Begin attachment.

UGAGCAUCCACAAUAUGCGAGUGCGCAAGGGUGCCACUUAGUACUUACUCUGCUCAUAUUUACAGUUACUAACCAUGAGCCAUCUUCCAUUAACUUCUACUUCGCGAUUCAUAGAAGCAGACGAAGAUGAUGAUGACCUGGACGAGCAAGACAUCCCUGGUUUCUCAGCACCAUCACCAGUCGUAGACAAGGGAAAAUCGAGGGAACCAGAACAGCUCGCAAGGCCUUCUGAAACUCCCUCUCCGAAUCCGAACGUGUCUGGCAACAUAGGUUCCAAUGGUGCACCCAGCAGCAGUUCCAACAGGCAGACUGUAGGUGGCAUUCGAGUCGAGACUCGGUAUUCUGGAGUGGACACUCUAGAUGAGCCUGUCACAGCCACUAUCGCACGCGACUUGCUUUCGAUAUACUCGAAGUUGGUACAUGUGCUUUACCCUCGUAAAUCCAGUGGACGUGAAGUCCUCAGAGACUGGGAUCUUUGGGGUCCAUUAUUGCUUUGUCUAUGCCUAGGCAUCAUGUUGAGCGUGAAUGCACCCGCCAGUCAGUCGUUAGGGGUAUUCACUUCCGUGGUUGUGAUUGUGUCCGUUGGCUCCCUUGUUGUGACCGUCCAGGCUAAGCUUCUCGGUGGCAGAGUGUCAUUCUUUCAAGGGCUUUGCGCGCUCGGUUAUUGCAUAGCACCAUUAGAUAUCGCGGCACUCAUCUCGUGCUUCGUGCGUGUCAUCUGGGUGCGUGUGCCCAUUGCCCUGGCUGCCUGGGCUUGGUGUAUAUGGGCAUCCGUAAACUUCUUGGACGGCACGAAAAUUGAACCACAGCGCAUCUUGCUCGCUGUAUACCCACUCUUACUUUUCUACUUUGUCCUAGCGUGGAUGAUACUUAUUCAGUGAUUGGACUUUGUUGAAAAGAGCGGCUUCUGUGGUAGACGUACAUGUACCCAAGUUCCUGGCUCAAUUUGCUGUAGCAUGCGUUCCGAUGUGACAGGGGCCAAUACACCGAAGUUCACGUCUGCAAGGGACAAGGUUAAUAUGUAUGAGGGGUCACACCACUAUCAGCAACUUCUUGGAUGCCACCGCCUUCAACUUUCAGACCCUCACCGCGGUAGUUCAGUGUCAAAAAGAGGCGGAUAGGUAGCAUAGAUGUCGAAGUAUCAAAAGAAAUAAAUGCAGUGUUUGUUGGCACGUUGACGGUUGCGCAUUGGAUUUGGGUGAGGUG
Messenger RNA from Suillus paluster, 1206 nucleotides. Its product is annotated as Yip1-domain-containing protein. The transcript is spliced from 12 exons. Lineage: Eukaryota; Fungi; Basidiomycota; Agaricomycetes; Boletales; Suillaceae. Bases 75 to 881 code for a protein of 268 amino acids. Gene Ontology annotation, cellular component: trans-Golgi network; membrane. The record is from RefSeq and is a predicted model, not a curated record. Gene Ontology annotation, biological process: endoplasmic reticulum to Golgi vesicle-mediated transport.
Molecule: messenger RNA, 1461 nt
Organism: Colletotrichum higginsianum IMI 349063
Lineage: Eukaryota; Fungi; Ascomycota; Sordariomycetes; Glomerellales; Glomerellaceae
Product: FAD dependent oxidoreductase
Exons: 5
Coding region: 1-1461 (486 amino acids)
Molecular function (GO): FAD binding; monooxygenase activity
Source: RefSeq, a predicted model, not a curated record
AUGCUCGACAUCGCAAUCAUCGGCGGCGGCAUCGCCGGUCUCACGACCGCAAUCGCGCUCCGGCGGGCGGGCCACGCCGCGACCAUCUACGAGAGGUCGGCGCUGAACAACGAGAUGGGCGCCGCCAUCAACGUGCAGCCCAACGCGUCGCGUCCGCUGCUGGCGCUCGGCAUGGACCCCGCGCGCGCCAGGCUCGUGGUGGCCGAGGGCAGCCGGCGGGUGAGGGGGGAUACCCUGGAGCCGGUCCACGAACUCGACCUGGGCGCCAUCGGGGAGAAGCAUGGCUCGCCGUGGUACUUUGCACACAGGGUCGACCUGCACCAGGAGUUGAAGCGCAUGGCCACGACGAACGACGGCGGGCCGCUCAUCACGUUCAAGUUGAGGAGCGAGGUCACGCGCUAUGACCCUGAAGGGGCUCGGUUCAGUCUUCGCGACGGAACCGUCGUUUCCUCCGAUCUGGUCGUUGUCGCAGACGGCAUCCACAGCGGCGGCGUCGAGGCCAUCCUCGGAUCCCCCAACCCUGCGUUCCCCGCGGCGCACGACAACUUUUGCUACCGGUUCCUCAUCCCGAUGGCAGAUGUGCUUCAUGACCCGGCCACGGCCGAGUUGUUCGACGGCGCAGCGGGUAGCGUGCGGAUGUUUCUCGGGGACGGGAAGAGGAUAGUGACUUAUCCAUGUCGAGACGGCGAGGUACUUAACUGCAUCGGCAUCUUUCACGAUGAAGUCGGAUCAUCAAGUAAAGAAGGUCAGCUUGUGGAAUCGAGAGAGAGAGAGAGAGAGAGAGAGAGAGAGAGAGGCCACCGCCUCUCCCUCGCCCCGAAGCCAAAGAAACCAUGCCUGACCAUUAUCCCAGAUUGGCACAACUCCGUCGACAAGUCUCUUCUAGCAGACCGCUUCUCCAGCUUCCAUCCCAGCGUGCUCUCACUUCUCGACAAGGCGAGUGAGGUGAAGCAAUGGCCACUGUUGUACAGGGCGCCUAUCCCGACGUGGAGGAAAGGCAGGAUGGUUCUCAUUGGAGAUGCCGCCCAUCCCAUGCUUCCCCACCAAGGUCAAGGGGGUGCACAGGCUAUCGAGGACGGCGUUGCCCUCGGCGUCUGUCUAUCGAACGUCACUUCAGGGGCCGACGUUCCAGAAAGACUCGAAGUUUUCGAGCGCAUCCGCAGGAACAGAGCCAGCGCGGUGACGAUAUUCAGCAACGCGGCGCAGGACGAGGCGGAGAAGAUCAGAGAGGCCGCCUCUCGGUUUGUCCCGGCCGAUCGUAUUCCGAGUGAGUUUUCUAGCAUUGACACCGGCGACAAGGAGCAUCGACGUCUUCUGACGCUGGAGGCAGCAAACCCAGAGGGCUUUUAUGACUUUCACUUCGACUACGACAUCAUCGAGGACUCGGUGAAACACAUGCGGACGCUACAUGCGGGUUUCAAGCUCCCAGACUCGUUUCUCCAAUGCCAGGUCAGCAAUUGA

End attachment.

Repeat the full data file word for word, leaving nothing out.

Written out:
UGAGCAUCCACAAUAUGCGAGUGCGCAAGGGUGCCACUUAGUACUUACUCUGCUCAUAUUUACAGUUACUAACCAUGAGCCAUCUUCCAUUAACUUCUACUUCGCGAUUCAUAGAAGCAGACGAAGAUGAUGAUGACCUGGACGAGCAAGACAUCCCUGGUUUCUCAGCACCAUCACCAGUCGUAGACAAGGGAAAAUCGAGGGAACCAGAACAGCUCGCAAGGCCUUCUGAAACUCCCUCUCCGAAUCCGAACGUGUCUGGCAACAUAGGUUCCAAUGGUGCACCCAGCAGCAGUUCCAACAGGCAGACUGUAGGUGGCAUUCGAGUCGAGACUCGGUAUUCUGGAGUGGACACUCUAGAUGAGCCUGUCACAGCCACUAUCGCACGCGACUUGCUUUCGAUAUACUCGAAGUUGGUACAUGUGCUUUACCCUCGUAAAUCCAGUGGACGUGAAGUCCUCAGAGACUGGGAUCUUUGGGGUCCAUUAUUGCUUUGUCUAUGCCUAGGCAUCAUGUUGAGCGUGAAUGCACCCGCCAGUCAGUCGUUAGGGGUAUUCACUUCCGUGGUUGUGAUUGUGUCCGUUGGCUCCCUUGUUGUGACCGUCCAGGCUAAGCUUCUCGGUGGCAGAGUGUCAUUCUUUCAAGGGCUUUGCGCGCUCGGUUAUUGCAUAGCACCAUUAGAUAUCGCGGCACUCAUCUCGUGCUUCGUGCGUGUCAUCUGGGUGCGUGUGCCCAUUGCCCUGGCUGCCUGGGCUUGGUGUAUAUGGGCAUCCGUAAACUUCUUGGACGGCACGAAAAUUGAACCACAGCGCAUCUUGCUCGCUGUAUACCCACUCUUACUUUUCUACUUUGUCCUAGCGUGGAUGAUACUUAUUCAGUGAUUGGACUUUGUUGAAAAGAGCGGCUUCUGUGGUAGACGUACAUGUACCCAAGUUCCUGGCUCAAUUUGCUGUAGCAUGCGUUCCGAUGUGACAGGGGCCAAUACACCGAAGUUCACGUCUGCAAGGGACAAGGUUAAUAUGUAUGAGGGGUCACACCACUAUCAGCAACUUCUUGGAUGCCACCGCCUUCAACUUUCAGACCCUCACCGCGGUAGUUCAGUGUCAAAAAGAGGCGGAUAGGUAGCAUAGAUGUCGAAGUAUCAAAAGAAAUAAAUGCAGUGUUUGUUGGCACGUUGACGGUUGCGCAUUGGAUUUGGGUGAGGUG
Messenger RNA from Suillus paluster, 1206 nucleotides. Its product is annotated as Yip1-domain-containing protein. The transcript is spliced from 12 exons. Lineage: Eukaryota; Fungi; Basidiomycota; Agaricomycetes; Boletales; Suillaceae. Bases 75 to 881 code for a protein of 268 amino acids. Gene Ontology annotation, cellular component: trans-Golgi network; membrane. The record is from RefSeq and is a predicted model, not a curated record. Gene Ontology annotation, biological process: endoplasmic reticulum to Golgi vesicle-mediated transport.
Molecule: messenger RNA, 1461 nt
Organism: Colletotrichum higginsianum IMI 349063
Lineage: Eukaryota; Fungi; Ascomycota; Sordariomycetes; Glomerellales; Glomerellaceae
Product: FAD dependent oxidoreductase
Exons: 5
Coding region: 1-1461 (486 amino acids)
Molecular function (GO): FAD binding; monooxygenase activity
Source: RefSeq, a predicted model, not a curated record
AUGCUCGACAUCGCAAUCAUCGGCGGCGGCAUCGCCGGUCUCACGACCGCAAUCGCGCUCCGGCGGGCGGGCCACGCCGCGACCAUCUACGAGAGGUCGGCGCUGAACAACGAGAUGGGCGCCGCCAUCAACGUGCAGCCCAACGCGUCGCGUCCGCUGCUGGCGCUCGGCAUGGACCCCGCGCGCGCCAGGCUCGUGGUGGCCGAGGGCAGCCGGCGGGUGAGGGGGGAUACCCUGGAGCCGGUCCACGAACUCGACCUGGGCGCCAUCGGGGAGAAGCAUGGCUCGCCGUGGUACUUUGCACACAGGGUCGACCUGCACCAGGAGUUGAAGCGCAUGGCCACGACGAACGACGGCGGGCCGCUCAUCACGUUCAAGUUGAGGAGCGAGGUCACGCGCUAUGACCCUGAAGGGGCUCGGUUCAGUCUUCGCGACGGAACCGUCGUUUCCUCCGAUCUGGUCGUUGUCGCAGACGGCAUCCACAGCGGCGGCGUCGAGGCCAUCCUCGGAUCCCCCAACCCUGCGUUCCCCGCGGCGCACGACAACUUUUGCUACCGGUUCCUCAUCCCGAUGGCAGAUGUGCUUCAUGACCCGGCCACGGCCGAGUUGUUCGACGGCGCAGCGGGUAGCGUGCGGAUGUUUCUCGGGGACGGGAAGAGGAUAGUGACUUAUCCAUGUCGAGACGGCGAGGUACUUAACUGCAUCGGCAUCUUUCACGAUGAAGUCGGAUCAUCAAGUAAAGAAGGUCAGCUUGUGGAAUCGAGAGAGAGAGAGAGAGAGAGAGAGAGAGAGAGAGGCCACCGCCUCUCCCUCGCCCCGAAGCCAAAGAAACCAUGCCUGACCAUUAUCCCAGAUUGGCACAACUCCGUCGACAAGUCUCUUCUAGCAGACCGCUUCUCCAGCUUCCAUCCCAGCGUGCUCUCACUUCUCGACAAGGCGAGUGAGGUGAAGCAAUGGCCACUGUUGUACAGGGCGCCUAUCCCGACGUGGAGGAAAGGCAGGAUGGUUCUCAUUGGAGAUGCCGCCCAUCCCAUGCUUCCCCACCAAGGUCAAGGGGGUGCACAGGCUAUCGAGGACGGCGUUGCCCUCGGCGUCUGUCUAUCGAACGUCACUUCAGGGGCCGACGUUCCAGAAAGACUCGAAGUUUUCGAGCGCAUCCGCAGGAACAGAGCCAGCGCGGUGACGAUAUUCAGCAACGCGGCGCAGGACGAGGCGGAGAAGAUCAGAGAGGCCGCCUCUCGGUUUGUCCCGGCCGAUCGUAUUCCGAGUGAGUUUUCUAGCAUUGACACCGGCGACAAGGAGCAUCGACGUCUUCUGACGCUGGAGGCAGCAAACCCAGAGGGCUUUUAUGACUUUCACUUCGACUACGACAUCAUCGAGGACUCGGUGAAACACAUGCGGACGCUACAUGCGGGUUUCAAGCUCCCAGACUCGUUUCUCCAAUGCCAGGUCAGCAAUUGA